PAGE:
The Weekly Newsletter of MIT Linguistics

Invited talk 2/23 - Shayne Sloggett (Northwestern)

Speaker: Shayne Sloggett (Northwestern)
Title: Understanding reflexives: Combining psycholinguistic and theoretical perspectives
Time: Friday, February 23th, 3:30-5pm 
Place: 32-D461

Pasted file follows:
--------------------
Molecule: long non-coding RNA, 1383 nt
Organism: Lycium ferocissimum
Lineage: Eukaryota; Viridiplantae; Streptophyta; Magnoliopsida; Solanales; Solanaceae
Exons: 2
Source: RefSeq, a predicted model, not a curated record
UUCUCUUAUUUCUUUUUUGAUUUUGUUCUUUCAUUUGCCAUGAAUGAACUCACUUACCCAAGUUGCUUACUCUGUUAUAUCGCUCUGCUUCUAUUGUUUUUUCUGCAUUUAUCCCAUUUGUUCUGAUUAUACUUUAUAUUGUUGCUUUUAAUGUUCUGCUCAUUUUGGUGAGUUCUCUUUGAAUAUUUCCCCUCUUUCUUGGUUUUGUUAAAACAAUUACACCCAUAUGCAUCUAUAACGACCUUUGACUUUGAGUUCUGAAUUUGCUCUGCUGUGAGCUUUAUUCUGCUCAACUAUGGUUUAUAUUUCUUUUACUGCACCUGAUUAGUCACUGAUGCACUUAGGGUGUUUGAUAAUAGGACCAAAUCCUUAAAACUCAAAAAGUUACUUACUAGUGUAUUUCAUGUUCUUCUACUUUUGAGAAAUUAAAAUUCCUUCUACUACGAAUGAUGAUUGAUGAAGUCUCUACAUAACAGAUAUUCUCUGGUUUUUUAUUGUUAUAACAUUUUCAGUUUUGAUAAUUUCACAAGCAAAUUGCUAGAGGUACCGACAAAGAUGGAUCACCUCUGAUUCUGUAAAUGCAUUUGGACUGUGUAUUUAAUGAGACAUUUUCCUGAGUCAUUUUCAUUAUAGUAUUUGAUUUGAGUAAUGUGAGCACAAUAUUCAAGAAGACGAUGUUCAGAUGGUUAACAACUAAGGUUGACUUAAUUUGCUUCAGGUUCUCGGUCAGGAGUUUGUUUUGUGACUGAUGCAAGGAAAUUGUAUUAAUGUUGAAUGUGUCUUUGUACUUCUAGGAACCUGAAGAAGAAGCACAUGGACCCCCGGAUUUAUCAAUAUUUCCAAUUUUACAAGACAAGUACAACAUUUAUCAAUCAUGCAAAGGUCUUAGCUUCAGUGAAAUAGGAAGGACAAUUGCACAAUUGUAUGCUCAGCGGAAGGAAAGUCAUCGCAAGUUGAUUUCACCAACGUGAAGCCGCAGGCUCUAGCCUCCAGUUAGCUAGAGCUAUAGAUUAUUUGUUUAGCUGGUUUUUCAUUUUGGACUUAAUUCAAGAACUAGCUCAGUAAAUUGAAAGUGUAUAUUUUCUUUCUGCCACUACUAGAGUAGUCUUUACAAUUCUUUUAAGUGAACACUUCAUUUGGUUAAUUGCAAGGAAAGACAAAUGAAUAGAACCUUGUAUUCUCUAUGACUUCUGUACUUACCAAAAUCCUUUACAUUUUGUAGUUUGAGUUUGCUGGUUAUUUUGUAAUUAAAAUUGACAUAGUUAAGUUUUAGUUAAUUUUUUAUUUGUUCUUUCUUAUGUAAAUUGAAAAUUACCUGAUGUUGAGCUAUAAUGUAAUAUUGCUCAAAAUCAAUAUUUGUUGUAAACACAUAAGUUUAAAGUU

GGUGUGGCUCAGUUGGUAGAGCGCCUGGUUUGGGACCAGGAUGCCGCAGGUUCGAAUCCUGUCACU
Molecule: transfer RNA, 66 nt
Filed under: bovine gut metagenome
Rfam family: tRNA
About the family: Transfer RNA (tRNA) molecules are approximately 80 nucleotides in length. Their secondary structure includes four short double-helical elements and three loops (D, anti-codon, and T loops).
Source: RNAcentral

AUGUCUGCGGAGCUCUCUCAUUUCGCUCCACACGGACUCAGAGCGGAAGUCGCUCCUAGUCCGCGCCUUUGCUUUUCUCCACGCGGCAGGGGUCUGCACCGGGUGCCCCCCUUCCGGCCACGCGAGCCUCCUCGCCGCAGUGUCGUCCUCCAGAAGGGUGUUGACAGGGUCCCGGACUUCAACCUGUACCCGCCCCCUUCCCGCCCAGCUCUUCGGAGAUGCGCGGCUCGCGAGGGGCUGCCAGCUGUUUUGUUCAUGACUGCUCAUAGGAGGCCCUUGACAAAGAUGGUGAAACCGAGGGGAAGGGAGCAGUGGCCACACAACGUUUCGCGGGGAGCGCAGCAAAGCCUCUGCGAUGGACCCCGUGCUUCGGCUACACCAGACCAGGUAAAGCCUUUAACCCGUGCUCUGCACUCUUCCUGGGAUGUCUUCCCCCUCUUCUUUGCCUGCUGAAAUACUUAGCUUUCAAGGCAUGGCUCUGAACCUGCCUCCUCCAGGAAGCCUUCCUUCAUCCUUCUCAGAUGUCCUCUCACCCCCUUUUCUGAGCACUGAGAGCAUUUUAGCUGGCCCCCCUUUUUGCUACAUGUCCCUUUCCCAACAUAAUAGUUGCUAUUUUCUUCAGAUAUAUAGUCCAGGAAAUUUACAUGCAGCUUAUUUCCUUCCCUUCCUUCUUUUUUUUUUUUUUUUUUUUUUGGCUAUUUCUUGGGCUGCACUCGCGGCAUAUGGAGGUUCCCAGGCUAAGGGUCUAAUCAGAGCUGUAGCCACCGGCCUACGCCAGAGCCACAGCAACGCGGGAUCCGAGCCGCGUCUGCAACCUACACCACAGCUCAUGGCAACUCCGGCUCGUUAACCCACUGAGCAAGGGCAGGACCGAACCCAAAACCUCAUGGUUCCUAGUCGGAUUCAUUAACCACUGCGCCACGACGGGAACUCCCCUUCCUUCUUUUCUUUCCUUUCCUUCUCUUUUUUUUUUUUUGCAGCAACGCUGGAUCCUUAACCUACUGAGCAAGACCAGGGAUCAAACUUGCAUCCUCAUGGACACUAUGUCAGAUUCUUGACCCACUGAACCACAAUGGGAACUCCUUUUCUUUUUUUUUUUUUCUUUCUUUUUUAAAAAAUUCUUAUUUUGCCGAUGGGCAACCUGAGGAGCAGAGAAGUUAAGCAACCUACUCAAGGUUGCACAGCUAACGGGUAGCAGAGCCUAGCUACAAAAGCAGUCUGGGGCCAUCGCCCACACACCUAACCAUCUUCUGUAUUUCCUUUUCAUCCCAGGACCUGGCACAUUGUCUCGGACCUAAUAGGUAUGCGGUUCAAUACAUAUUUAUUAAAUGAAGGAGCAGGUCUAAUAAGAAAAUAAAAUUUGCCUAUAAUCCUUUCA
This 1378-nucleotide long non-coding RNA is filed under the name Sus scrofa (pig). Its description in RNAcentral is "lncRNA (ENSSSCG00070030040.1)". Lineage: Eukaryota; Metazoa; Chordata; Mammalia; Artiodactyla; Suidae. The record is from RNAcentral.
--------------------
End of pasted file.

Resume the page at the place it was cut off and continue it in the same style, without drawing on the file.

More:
Should evidence from real-time sentence comprehension routines inform our grammatical models? In this talk I present evidence that they should, drawing on recent findings from investigations of on-line reflexive reference resolution. Reflexive pronouns in English are grammatically constrained to refer to local referents which agree with the reflexive’s morphosyntactic features (Chomsky, 1986; Pollard & Sag, 1992; Reinhart & Reuland, 1993; i.a.), and many studies in sentence processing have found that comprehenders initially consider only these referents when determining a reflexive’s antecedent (Nicol & Swinney, 1989; Sturt, 2003; Dillon, Xiang, Dillon, & Phillips, 2009; i.m.a.). However, some recent work has found that comprehenders entertain long-distance reference when local referents present a particularly poor morphosyntactic match (Parker & Phillips, 2017). This raises an interesting question: are such findings the result of a processing mistake, or rooted in grammatical principles? I present evidence from two sets of studies which suggest the latter, demonstrating that native English-speaking comprehenders are less willing to entertain long-distance interpretations in the presence of an indexical (first/second person) pronoun. Notably, this pattern of behavior bears a striking resemblance to the “person blocking” phenomenon associated with the Mandarin long-distance reflexive “ziji” (Huang & Liu, 2001). In light of these findings, I propose a unified treatment of Mandarin and English reflexives which claims that comprehenders consider long-distance referents which could act as logophoric antecedents. Thus, by approaching the study of reflexive reference from theoretical and psycholinguistic perspectives simultaneously, insights from each inform the other. Moreover, this proposal has strong implications for both our understanding of real-time reflexive comprehension, and our grammatical models of reflexive binding. First, it suggests that the adoption of a long-distance interpretation in English does not reflect a processing “error”, but rather the function of a grammatically available, but otherwise dispreferred, alternative (c.f. Parker & Phillips, 2017). Second, it assigns a processing-based explanation to the fact that English speakers generally do not take such interpretations, rather than a grammatical one. Finally, the proposed model is more consistent with a specification of Binding Theory in terms of locality and c-command, rather than predicates, supporting recent theoretical work on French (Charnavel & Sportiche, 2016) which has reached similar conclusions.